The cells that form bone matrix are known as osteoblasts and the mature cells of the bone are called osteocytes. There is a special type of cells that help remove bone matrix and are found during bone remodelling known as osteoclasts. These are gigantic cells and are always found on the side of the bone where the matrix is being eaten away during growth and remodelling.

The matrix in a bone tissue is made up of two components: the organic part that contains fibres whereas the inorganic part consists of the minerals(hydroxyapatite).

Learn more about Disorders of Muscular and Skeletal Systems.

Cartilage

Cartilage is the second component of the skeletal system. It is made up of fibres that are embedded in connective tissue or ground substance. Cartilage consists of two types of fibres: Collagen and elastin fibres. The cells that form cartilage are known as chondroblasts and the mature cells of the cartilage are known as chondrocytes.

The chondrocytes lie in lacunae in the matrix. The outer layer of a cartilage is known as the perichondrium. Unlike the bone, cartilage is avascular which means that it contains no blood supply. However, the perichondrium contains blood supply. There are 3 types of cartilages namely Hyaline cartilage, elastic cartilage, and fibrocartilage.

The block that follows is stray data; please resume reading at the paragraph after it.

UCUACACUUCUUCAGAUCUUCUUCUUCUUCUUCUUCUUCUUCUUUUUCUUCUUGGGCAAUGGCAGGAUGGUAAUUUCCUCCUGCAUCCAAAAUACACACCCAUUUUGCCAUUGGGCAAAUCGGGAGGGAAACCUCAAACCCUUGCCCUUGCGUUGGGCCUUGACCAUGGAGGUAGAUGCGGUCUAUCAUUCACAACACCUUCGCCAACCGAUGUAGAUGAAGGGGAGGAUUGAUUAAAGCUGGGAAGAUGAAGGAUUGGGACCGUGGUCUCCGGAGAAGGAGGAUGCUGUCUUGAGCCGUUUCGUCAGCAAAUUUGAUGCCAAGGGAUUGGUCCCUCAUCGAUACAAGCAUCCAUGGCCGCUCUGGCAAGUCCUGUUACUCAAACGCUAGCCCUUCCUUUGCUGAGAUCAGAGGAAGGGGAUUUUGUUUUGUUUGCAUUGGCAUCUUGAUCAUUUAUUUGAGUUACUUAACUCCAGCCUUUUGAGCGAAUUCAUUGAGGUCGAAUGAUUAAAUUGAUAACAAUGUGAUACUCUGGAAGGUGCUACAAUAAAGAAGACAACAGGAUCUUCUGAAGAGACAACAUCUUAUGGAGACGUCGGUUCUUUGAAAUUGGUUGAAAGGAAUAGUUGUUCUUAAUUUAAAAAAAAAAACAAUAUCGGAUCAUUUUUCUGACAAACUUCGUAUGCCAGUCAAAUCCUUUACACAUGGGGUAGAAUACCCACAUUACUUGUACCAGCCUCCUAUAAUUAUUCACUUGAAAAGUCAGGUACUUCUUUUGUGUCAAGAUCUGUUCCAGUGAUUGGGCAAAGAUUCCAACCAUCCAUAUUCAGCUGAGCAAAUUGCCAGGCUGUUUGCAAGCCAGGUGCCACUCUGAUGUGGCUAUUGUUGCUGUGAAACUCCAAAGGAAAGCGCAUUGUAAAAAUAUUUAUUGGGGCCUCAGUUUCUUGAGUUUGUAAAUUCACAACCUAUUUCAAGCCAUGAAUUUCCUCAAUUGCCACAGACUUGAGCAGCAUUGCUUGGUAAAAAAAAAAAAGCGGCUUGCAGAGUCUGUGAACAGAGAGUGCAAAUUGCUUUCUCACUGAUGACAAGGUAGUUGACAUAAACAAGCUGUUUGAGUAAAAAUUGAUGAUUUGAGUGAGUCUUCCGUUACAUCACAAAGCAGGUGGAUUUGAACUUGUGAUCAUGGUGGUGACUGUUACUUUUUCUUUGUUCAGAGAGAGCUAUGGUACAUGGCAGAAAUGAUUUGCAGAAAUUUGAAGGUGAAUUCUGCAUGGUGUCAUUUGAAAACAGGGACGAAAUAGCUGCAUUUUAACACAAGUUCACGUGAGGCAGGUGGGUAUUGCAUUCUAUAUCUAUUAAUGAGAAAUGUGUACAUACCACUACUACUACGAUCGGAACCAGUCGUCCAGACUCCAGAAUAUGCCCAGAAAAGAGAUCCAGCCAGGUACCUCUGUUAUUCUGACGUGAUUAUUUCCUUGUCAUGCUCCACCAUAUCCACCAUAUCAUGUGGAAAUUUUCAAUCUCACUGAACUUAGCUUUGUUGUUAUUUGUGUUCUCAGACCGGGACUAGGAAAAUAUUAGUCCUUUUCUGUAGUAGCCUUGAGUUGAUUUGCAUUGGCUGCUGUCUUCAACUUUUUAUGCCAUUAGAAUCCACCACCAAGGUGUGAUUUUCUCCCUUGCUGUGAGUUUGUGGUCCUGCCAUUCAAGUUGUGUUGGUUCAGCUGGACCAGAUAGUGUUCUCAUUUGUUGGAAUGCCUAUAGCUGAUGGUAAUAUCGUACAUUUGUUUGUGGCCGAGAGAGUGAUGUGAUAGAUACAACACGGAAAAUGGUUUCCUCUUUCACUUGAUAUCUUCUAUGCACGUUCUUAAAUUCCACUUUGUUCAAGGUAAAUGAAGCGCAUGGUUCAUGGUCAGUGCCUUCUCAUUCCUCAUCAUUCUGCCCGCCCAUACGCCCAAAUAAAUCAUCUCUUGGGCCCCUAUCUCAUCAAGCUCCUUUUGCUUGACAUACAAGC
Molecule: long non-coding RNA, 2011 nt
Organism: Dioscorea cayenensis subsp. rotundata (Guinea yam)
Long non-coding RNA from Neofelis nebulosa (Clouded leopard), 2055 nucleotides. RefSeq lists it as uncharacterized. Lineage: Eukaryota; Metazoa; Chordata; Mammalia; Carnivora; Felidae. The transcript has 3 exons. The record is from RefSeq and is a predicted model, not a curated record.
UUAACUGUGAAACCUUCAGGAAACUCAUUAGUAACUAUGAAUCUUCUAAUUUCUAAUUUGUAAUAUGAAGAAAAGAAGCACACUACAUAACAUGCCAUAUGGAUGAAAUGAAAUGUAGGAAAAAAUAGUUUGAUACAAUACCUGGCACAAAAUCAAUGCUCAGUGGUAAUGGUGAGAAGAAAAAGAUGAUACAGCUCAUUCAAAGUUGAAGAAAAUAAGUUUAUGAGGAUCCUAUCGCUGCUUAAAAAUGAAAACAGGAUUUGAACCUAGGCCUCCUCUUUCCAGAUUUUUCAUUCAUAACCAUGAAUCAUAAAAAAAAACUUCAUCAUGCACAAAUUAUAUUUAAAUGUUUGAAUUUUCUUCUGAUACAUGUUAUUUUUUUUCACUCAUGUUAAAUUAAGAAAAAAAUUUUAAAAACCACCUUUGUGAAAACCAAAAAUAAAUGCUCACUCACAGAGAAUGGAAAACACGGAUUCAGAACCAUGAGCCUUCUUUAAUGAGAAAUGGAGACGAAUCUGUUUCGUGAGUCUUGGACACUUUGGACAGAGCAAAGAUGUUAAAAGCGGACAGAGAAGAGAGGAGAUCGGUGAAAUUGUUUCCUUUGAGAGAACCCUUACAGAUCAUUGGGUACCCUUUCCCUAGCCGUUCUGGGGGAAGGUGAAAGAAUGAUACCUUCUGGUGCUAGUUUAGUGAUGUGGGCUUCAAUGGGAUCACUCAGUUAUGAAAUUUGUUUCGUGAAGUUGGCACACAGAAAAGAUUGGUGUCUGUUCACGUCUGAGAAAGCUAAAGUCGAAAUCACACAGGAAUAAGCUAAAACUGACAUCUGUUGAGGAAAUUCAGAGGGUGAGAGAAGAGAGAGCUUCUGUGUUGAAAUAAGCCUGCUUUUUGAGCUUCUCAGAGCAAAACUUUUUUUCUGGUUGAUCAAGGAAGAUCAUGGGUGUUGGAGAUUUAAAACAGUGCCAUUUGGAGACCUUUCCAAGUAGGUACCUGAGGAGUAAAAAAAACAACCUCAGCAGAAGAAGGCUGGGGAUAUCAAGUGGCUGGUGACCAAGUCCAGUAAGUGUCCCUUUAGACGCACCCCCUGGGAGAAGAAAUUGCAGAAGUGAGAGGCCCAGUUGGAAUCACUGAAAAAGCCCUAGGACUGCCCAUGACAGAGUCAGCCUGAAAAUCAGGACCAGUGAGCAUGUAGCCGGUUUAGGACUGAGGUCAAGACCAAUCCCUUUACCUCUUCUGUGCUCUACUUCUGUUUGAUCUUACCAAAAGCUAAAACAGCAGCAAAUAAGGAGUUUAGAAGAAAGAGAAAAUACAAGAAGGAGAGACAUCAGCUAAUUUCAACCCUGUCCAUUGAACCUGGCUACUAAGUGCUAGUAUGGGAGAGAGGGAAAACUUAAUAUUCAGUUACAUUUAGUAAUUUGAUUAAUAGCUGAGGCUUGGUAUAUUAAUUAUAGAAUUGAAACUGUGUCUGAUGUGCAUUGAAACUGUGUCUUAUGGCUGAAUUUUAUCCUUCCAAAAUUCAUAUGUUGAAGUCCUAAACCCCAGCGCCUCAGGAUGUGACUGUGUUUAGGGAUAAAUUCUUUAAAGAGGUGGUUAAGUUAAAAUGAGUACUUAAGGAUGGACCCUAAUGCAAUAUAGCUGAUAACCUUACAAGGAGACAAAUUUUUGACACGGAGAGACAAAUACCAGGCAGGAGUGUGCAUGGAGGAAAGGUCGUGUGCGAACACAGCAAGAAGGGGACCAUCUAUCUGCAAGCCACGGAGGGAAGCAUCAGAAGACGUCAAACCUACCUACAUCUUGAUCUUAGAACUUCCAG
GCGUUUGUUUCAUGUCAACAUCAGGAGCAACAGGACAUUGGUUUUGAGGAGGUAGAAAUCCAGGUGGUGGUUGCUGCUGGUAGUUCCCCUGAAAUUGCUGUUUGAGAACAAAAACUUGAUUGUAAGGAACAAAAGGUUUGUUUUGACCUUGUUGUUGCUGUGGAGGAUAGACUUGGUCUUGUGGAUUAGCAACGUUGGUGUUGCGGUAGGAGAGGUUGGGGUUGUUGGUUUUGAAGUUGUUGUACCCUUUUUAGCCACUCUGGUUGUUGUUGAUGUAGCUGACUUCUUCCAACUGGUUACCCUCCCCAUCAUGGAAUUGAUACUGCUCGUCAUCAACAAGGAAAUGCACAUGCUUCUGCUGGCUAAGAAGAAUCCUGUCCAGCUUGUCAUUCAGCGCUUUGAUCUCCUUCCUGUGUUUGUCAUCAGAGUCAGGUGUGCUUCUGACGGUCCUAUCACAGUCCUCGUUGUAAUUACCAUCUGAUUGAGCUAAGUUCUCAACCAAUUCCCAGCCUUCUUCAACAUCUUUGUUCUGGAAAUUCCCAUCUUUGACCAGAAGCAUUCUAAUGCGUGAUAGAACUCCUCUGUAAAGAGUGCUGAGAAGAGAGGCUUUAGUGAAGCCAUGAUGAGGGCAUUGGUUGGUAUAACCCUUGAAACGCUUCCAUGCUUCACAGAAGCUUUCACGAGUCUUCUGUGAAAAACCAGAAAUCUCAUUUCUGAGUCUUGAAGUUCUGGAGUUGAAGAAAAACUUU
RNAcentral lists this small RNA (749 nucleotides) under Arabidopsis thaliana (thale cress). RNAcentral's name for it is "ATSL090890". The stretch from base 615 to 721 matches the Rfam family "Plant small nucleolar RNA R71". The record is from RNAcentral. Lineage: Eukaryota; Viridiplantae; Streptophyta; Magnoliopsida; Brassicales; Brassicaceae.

• Hyaline cartilage– the most abundant of the three cartilages and functions to help surfaces slide over one another. Example: found in the respiratory system.
  • Fibrocartilage– This cartilage is tough and its main function is to provide support and strength to structures. Example: found in healing tissue during bone repair(callus)
  • Elastic cartilage– This cartilage is abundant in elastic fibres and functions to maintain the shape of the area it is present in. Example: found in the middle ear.

Functions of the Skeletal System

  • The main function of the skeletal system is that it provides a framework to the body and provides shape.
  • Along with the muscular system, the skeletal system helps in the movement of the body parts of the body and locomotion of the body.
  • The skeletal system is hard and so forms a protective layer for the softer, more delicate organs from any form of injury. The rib cage protects the heart, lungs and visceral organs, the brain is protected by the skull etc.
  • It is the growth and development of bones that provides the height and width of an individual.
  • The centre of the bone consists of the bone marrow which produces blood cells and therefore hemopoietic in nature.

Solved Example for You

Q: The connective tissue on the outer surface of a bone is called as?

  1. Endosteum
  2. Epiosteum
  3. Perichondrium
  4. Periosteum

Sol: The correct answer is (d) Periosteum

The connective tissue layer on the outer surface of a bone is known as the periosteum. The connective tissue layer that is found lining the marrow cavity in a bone is known as the endosteum. Perichondrium is the outer layer of a cartilage. Epiosteum is not a structure found in either cartilage or bone.